Haha “A Bug’s Life”, the ap.
Shadows at Sundown revealed that Zon-Kuthon destroyed the big strigoi nation in the shadow plane. My current headcanon is that after he was released from his prison, he went on a big conquest of the shadow plane to remove anybody that could significantly threaten him, which included the strigoi and the forsaken.
In the original, Savram was Sharvaros' human son, and now Savram is Sharvaros' dhampir daughter. Is this a retcon, and if so, how does it interact with Sharvaros' backstory (specifically involving Amele, who is presumably Savram's mother)?
EDIT: To clarify, I'm trying to determine if Amele is actually Savram's mother, and if so, whether she's a vampire or not.
I'm the opposite. Obviously we still haven't seen the lore yet, but I think it'd be cool if metal and wood were the elemental representations of negative/positive energy.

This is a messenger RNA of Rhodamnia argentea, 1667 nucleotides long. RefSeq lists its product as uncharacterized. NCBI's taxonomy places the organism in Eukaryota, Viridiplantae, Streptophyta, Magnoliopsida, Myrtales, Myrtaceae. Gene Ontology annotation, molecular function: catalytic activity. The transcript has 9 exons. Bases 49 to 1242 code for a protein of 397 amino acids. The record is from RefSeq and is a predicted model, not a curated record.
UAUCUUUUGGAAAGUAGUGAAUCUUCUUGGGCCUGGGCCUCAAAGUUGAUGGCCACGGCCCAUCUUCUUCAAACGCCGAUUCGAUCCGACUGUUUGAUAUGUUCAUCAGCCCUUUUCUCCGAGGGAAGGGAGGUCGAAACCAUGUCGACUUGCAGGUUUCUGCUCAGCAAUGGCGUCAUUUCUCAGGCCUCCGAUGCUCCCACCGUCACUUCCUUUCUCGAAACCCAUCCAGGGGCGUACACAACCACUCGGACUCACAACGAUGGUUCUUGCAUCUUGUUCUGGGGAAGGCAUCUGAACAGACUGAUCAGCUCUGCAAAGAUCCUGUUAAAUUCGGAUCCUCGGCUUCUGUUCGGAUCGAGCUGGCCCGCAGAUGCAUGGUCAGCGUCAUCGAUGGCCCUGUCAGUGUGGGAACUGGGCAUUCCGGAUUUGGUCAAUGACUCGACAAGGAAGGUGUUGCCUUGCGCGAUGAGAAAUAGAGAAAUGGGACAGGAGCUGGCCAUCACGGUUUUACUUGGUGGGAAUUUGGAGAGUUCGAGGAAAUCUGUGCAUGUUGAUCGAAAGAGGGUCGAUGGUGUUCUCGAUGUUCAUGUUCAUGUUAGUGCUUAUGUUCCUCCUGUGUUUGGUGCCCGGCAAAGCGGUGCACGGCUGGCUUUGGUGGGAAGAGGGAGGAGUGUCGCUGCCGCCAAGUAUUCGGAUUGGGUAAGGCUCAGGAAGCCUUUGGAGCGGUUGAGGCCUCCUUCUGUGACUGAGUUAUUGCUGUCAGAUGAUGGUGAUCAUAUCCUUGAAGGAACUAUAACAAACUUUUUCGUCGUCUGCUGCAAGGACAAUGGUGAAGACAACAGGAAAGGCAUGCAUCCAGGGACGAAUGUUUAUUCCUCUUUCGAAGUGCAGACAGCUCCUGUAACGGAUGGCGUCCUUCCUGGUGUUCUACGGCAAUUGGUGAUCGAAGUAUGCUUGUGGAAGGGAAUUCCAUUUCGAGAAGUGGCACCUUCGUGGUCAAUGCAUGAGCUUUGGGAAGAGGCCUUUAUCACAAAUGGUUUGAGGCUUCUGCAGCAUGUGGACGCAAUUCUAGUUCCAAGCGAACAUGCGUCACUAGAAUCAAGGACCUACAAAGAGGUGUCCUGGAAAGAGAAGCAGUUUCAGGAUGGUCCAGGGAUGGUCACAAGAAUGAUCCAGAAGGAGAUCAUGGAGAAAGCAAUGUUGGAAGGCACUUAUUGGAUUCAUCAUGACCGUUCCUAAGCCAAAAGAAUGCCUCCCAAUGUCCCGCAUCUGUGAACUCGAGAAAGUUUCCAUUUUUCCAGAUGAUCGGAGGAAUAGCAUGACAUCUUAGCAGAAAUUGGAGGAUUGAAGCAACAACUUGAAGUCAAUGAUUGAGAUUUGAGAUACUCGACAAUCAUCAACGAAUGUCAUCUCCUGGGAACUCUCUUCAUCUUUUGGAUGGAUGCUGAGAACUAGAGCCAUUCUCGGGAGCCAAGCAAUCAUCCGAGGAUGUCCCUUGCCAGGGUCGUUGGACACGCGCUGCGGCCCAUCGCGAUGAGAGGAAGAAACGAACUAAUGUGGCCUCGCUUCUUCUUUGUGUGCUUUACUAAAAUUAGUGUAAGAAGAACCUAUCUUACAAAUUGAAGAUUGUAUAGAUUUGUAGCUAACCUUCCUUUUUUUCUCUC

It has come to my attention that (aside from Summon Lesser Servitor) there's no summoning spell for psychopomps (or any other true neutral monitor/outsider that may exist).
This post is intended to double check that I am correct and am not overlooking something, and if so to draw attention to the deficit so that it might be added.
Night hags have ac 28, 170 hp, +20 attack, and do 2d8+8 or 2d10+8 damage.
I'm assuming you were also level 9 (since you said that next level was 10), so you should have around ac 26, 120-140 hp, +18 attack, and do ~2d8+6. (I don't know your exact build, but those numbers should be close at least)
The hags average damage would be 16/18 per hit (32/36 on a crit), and you said that she took you down in two rounds. She would have had to land all 6 attacks (or just roll EXCEPTIONALLY high damage/get a few crits) in order to do that, which would also mean she wasn't moving anywhere or attacking anyone else.